After his featured rapping in the new arrangement of Sheila on 7’s Dan with Pee Wee Gaskins, he released his second singe titled Do It, Upi – better known as Tuantigabelas, is currently working on his upcoming solo album and tons of project collaborations. For the latter, Upi will be making a soundtrack for movie that is still kept secret. And for the good news, either on late November or early December, Upi promised us to release his long-awaited album. So what’s the fun during the process of his album making? Gotta read fast on Letter f’s little encounter with Tuantigabelas.
Now tell us more about your solo album then.
“So this is my first solo album under my rapper name, Tuantigabelas. The process itself is taking a pretty long time, I’m completing my materials since last year. But last year I mostly worked on collaboration with other musicians to find my own color. Until earlier this year, I finally found and confident about the red thread to my album. Since then I’m making and collecting the materials and songs for the album. I hope I can make it to 13 tracks for this album, but if I can’t make it through the deadline, then I’ll release any tracks that I have (laugh). Thus while working on it, a lot of my fellow hip-hop musicians helped me, but I’m working hard by myself for the rest of it. Yet in this album, I minimalize the rapper featuring – I only featured singers, because I know when we are singing live it’ll be a little hard on the process.”
How about the theme within it?
“The main theme in this album is to tell people who listen to my music – or haven’t listened to it, to know that I will make our hip-hop scene gets the spotlight they deserve globally. I want people think of something like, ‘whoa hip-hop music is this good’ or ‘hip-hop music can be accepted by anyone’. I really want to build up that kind of image to hip-hop so everyone can listen to it without being judged or anything. I want people start to have that mindset.”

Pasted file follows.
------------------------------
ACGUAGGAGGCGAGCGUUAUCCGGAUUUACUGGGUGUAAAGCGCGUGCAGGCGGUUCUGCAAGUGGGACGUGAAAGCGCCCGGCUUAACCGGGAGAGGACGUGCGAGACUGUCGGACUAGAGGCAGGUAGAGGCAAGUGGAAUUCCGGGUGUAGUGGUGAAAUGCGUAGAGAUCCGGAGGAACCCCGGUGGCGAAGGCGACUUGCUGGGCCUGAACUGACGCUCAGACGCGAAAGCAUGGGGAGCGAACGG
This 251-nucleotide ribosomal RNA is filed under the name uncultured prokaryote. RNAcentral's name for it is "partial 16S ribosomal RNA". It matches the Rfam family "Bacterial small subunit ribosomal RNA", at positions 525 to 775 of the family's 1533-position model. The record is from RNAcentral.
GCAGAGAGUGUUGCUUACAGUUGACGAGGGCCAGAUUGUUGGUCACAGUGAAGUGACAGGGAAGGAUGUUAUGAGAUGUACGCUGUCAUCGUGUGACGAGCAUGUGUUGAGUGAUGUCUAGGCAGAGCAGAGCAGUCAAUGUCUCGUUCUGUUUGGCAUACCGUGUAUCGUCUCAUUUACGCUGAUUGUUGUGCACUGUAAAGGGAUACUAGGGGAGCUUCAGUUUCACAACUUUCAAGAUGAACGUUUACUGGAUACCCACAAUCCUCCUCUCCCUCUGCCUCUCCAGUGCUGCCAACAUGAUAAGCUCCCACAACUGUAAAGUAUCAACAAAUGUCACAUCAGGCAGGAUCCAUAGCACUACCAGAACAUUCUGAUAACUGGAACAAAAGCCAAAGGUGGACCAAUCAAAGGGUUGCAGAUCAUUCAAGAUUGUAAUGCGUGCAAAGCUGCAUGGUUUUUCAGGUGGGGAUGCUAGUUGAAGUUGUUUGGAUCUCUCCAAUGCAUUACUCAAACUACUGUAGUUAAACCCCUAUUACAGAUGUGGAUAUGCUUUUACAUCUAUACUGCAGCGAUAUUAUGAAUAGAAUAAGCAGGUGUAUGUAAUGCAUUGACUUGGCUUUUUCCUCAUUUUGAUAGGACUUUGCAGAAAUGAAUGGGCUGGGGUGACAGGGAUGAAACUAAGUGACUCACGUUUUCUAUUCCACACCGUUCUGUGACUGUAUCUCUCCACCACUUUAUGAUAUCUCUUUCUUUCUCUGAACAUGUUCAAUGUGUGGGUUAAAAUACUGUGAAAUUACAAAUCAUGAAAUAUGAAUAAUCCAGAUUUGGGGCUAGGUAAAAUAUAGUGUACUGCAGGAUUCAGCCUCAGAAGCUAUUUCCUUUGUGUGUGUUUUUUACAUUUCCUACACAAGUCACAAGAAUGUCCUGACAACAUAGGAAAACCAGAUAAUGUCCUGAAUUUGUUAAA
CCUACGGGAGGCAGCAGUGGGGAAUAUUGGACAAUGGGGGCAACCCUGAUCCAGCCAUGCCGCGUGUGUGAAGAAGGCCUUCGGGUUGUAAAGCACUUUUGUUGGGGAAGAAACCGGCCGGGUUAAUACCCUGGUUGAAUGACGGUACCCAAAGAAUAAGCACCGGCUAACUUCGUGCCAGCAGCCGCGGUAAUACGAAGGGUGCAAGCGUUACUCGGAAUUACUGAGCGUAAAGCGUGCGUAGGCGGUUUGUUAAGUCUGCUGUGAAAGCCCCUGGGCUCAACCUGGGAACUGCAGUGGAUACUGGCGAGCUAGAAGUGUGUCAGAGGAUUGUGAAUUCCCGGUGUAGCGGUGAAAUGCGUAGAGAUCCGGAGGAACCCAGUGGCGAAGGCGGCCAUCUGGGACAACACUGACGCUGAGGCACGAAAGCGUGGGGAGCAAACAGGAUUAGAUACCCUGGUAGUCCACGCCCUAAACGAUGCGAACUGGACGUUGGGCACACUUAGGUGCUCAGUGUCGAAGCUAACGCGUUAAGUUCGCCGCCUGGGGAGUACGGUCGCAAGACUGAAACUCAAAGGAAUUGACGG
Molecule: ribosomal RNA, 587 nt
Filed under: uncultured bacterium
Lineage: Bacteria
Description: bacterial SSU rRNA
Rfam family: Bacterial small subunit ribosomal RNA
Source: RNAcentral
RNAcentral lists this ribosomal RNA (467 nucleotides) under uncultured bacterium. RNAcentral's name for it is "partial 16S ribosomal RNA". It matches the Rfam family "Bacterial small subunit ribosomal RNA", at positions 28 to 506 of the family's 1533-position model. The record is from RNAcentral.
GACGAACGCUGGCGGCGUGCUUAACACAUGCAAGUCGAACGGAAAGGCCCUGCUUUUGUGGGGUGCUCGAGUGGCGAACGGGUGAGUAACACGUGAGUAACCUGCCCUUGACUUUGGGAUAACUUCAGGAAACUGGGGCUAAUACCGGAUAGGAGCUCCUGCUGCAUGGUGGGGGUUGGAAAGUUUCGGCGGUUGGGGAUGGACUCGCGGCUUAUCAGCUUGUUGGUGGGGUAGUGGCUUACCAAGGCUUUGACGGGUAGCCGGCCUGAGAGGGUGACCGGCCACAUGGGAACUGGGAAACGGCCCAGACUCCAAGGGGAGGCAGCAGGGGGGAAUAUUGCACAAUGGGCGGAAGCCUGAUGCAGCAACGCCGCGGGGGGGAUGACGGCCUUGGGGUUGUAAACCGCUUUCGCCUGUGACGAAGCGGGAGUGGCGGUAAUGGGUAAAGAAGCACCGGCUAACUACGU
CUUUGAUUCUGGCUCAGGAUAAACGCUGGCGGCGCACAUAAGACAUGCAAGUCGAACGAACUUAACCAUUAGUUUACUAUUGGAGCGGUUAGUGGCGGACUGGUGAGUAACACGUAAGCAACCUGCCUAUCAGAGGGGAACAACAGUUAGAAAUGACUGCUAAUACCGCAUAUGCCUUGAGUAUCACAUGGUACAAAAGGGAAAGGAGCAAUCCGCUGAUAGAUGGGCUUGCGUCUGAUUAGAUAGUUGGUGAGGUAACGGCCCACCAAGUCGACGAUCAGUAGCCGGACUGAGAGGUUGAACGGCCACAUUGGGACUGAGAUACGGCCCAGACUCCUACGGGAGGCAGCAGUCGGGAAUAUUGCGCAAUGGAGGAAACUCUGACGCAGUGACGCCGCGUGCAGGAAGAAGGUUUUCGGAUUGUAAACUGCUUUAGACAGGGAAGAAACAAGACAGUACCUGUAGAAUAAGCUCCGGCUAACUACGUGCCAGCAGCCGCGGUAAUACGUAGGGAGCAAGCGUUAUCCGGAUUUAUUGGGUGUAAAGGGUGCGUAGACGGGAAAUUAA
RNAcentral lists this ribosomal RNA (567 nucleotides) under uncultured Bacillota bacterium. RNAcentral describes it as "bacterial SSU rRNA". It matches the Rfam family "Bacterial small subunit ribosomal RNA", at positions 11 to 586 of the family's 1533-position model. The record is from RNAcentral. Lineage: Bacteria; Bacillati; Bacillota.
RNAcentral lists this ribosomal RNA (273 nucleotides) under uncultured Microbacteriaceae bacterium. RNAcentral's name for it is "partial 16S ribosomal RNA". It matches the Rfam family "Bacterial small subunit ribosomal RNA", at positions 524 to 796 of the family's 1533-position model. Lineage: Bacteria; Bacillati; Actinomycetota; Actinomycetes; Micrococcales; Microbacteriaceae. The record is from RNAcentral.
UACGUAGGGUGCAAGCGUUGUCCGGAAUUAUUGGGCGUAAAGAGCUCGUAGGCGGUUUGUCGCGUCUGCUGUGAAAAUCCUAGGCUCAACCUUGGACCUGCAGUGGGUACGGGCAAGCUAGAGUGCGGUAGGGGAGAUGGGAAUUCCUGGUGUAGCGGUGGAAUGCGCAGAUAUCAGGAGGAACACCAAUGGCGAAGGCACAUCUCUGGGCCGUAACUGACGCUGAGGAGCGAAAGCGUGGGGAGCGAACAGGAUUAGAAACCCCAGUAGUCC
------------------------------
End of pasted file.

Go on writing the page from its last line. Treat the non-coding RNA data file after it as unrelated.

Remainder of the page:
The unforgettable track during the producing?
“There is one. It’s my first single which released back in April. The title is Count Your Blessing. The story behind it was when I got stuck for two weeks in my own studio, my daughter often came to the studio, played there and hummed some sounds. And the funny thing was the sound that she made around that time became the main chorus in that song. I mean, I got nothing to write for a whole two weeks, and then that little bean came up to me and I used her humming sound, and it happened so fast. I finished the song the next day sharp. The song always reminds me on how hard it is to make a song without an inspiration and she helped me by became one.”
We’re curious about your thoughts on the dissing drama between Eminem and Machine Gun Kelly.
“Apart from the gimmick or marketing strategy, I really enjoyed the drama. Hip-hop is back on its track at last. For me, diss track is something healthy for the hip-hop community and it’s long gone from the surface. When Eminem spat a few bars out, MCG threw one whole diss track to him, and Eminem responded back with a freaking whole song – that’s it, that’s the hip-hop I’ve been looking for. It’s very exciting to see hip-hop scene these days. I kept checking it online to know whether they release new diss track or not. And I do enjoy that kind of hip-hop.”
So, dissing culture in hip-hop is important?
“Exactly! It’s like a freedom of speech for rappers. And we have that free platform to do so. But take some note, you can do diss track as long as your intention is clear. If you don’t like someone, just say it clearly with a good quality track, or even better diss track to them. Don’t just mock them without apparent reason and just for the spotlight – that’s not how you do it. Diss track at first is a positive way to compete and to avoid conflict and show them with their work and creation. But again we need to know out limit because diss track could kill.”
Location: 3rd Avenue Bar Jakarta
Writer: Adhinda Latifa
Editor: Olivia Elena
Photographer: Vicky Melly
Fashion Stylist: Salsabila Aletha Sari & Ervina Michelle
Digital Imaging: Rendra Martin
Videographer: Iqbal Safei